AustLit logo
Rebe Taylor Rebe Taylor i(A74530 works by)
Gender: Female
The material on this page is available to AustLit subscribers. If you are a subscriber or are from a subscribing organisation, please log in to gain full access. To explore options for subscribing to this unique teaching, research, and publishing resource for Australian culture and storytelling, please contact us or find out more.

Works By

Preview all
1 ‘I Just Felt Sad and Angry All in One Thing’ : Jim Everett in Conversation with Rebe Taylor on Making the Nightingale Rebe Taylor (interviewer), 2020 single work interview
— Appears in: Studies in Australasian Cinema , vol. 14 no. 1 2020; (p. 15-22)

'The symposium ‘The Nightingale: Gender, Race and Troubled Histories on Screen’ opened with a discussion between Jim Everett, the film’s associate producer and Aboriginal consultant, and Associate Professor Rebe Taylor, Senior Research Fellow in the College of Arts, Law and Education at the University of Tasmania. Rebe and Jim have known each other since 1999, when they met at a history conference: as Rebe noted, ‘we’ve never really stopped talking since then.’ Jim is a Senior Indigenous scholar at the University of Tasmania and he is currently working on a Master’s thesis with Rebe. In this (edited) transcript of their conversation, Rebe and Jim discuss the way he came to be involved with the film, the casting and production process, and his reaction to the finished film.' (Publication abstract)

1 [Review] ‘Me Write Myself’ : The Free Aboriginal Inhabitants of Van Diemen’s Land at Wybalenna, 1832–47 Rebe Taylor , 2019 single work review
— Appears in: Archives and Manuscripts , vol. 47 no. 1 2019; (p. 172-174)

— Review of 'Me Write Myself' : The Free Aboriginal Inhabitants of Van Diemens Land at Wybalenna, 1832-47 Leonie Stevens , 2017 multi chapter work criticism correspondence
1 6 y separately published work icon Into the Heart of Tasmania : A Search for Human Antiquity Rebe Taylor , Melbourne : Melbourne University Press , 2017 10715274 2017 single work biography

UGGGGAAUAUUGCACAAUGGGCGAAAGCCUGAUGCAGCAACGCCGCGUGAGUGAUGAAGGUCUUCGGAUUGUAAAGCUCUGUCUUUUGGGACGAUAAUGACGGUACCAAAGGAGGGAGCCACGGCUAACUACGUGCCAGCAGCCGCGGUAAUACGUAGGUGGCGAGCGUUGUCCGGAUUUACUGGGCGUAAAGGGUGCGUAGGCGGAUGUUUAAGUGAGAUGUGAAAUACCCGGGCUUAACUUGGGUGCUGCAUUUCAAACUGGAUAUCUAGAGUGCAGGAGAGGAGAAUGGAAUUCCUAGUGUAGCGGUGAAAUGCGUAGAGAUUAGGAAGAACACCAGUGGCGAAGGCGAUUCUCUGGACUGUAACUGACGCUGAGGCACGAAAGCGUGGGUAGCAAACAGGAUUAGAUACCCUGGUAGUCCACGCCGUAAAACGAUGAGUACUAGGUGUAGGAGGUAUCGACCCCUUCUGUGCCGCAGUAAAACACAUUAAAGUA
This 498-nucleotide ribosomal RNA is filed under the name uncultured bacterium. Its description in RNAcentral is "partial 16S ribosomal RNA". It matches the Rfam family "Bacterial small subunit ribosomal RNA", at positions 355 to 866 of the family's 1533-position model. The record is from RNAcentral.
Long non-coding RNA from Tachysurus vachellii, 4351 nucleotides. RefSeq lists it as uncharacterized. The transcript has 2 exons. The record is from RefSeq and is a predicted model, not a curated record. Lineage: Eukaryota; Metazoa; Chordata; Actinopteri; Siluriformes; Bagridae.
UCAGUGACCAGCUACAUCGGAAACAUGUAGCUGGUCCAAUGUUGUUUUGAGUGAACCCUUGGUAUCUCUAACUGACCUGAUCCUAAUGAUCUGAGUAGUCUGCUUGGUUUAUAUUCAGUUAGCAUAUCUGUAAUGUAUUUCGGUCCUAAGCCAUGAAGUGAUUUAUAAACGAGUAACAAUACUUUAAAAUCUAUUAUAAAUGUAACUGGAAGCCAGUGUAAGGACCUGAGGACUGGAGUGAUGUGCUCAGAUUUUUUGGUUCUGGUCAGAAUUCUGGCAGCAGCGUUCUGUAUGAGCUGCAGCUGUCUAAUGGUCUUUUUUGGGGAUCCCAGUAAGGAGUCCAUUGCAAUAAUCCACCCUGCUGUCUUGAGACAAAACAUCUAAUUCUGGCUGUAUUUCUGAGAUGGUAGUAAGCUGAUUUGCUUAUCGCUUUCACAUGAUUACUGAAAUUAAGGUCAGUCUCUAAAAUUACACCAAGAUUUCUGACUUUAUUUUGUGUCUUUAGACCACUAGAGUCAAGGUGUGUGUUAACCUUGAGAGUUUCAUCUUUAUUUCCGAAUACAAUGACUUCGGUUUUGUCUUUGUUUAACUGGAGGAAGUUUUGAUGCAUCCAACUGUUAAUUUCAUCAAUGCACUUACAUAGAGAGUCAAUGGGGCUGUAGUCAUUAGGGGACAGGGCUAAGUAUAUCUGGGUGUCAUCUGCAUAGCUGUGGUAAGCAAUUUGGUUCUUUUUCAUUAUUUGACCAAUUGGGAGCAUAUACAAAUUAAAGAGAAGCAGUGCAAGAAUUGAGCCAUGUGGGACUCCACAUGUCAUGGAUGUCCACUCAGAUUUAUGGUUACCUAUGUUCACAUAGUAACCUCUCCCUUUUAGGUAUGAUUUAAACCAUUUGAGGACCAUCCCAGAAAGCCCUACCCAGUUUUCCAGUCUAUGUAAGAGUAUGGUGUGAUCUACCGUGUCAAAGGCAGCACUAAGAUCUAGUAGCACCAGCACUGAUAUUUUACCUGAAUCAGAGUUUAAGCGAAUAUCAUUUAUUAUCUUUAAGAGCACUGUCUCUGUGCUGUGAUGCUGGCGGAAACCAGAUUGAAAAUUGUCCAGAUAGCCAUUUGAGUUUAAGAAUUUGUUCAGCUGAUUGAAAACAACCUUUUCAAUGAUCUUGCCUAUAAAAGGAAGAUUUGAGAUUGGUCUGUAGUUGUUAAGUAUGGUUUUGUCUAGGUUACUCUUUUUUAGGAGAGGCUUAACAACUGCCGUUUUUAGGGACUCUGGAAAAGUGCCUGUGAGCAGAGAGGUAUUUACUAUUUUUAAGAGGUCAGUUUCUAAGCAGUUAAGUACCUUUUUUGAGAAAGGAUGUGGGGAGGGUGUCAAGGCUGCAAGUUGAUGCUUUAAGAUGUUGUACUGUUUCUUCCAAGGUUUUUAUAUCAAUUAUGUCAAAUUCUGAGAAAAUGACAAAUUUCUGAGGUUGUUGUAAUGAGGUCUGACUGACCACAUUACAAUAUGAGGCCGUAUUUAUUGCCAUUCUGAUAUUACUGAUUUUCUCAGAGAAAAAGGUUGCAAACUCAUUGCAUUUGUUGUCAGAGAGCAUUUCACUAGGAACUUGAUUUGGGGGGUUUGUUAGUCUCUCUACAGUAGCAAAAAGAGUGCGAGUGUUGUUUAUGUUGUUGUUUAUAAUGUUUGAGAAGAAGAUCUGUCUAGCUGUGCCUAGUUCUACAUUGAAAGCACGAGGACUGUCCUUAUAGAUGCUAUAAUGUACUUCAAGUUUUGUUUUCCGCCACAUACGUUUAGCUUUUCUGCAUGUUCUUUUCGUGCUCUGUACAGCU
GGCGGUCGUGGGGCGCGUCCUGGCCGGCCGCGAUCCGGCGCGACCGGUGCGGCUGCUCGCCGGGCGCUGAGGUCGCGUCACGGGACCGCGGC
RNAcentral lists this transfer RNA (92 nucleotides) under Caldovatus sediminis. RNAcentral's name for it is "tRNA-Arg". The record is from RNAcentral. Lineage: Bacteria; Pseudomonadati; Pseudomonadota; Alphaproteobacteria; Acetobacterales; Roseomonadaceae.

'In 1908 English gentleman, Ernest Westlake, packed a tent, a bicycle and forty tins of food and sailed to Tasmania. On mountains, beaches and in sheep paddocks he collected over 13,000 Aboriginal stone tools. Westlake believed he had found the remnants of an extinct race whose culture was akin to the most ancient Stone Age Europeans. But in the remotest corners of the island Westlake encountered living Indigenous communities. Into the Heart of Tasmania tells a story of discovery and realisation. One man's ambition to rewrite the history of human culture inspires an exploration of the controversy stirred by Tasmanian Aboriginal history. It brings to life how Australian and British national identities have been fashioned by shame and triumph over the supposed destruction of an entire race. To reveal the beating heart of Aboriginal Tasmania is to be confronted with a history that has never ended.' (Publication summary)

1 The National Confessional Rebe Taylor , 2012 single work essay
— Appears in: Meanjin , Spring vol. 71 no. 3 2012; (p. 22-36)

In this essay Rebe Taylor brings forth underlying perspectives that have created historical discourse that created identities from Tasmanian's Aboriginal past. She focuses on the provocative and painful question of Truganini's status as the 'last' Indigenous Tasmanian.

1 4 y separately published work icon Unearthed : The Aboriginal Tasmanians of Kangaroo Island Rebe Taylor , Kent Town : Wakefield Press , 2002 Z1028428 2002 single work biography Researches the role of Tasmanian Aboriginal women and their descendants in the history of Kangaroo Island in South Australia. The work includes the history of the Thomas, Barrett, Waller, Seymour, Simpson and Golder families.
X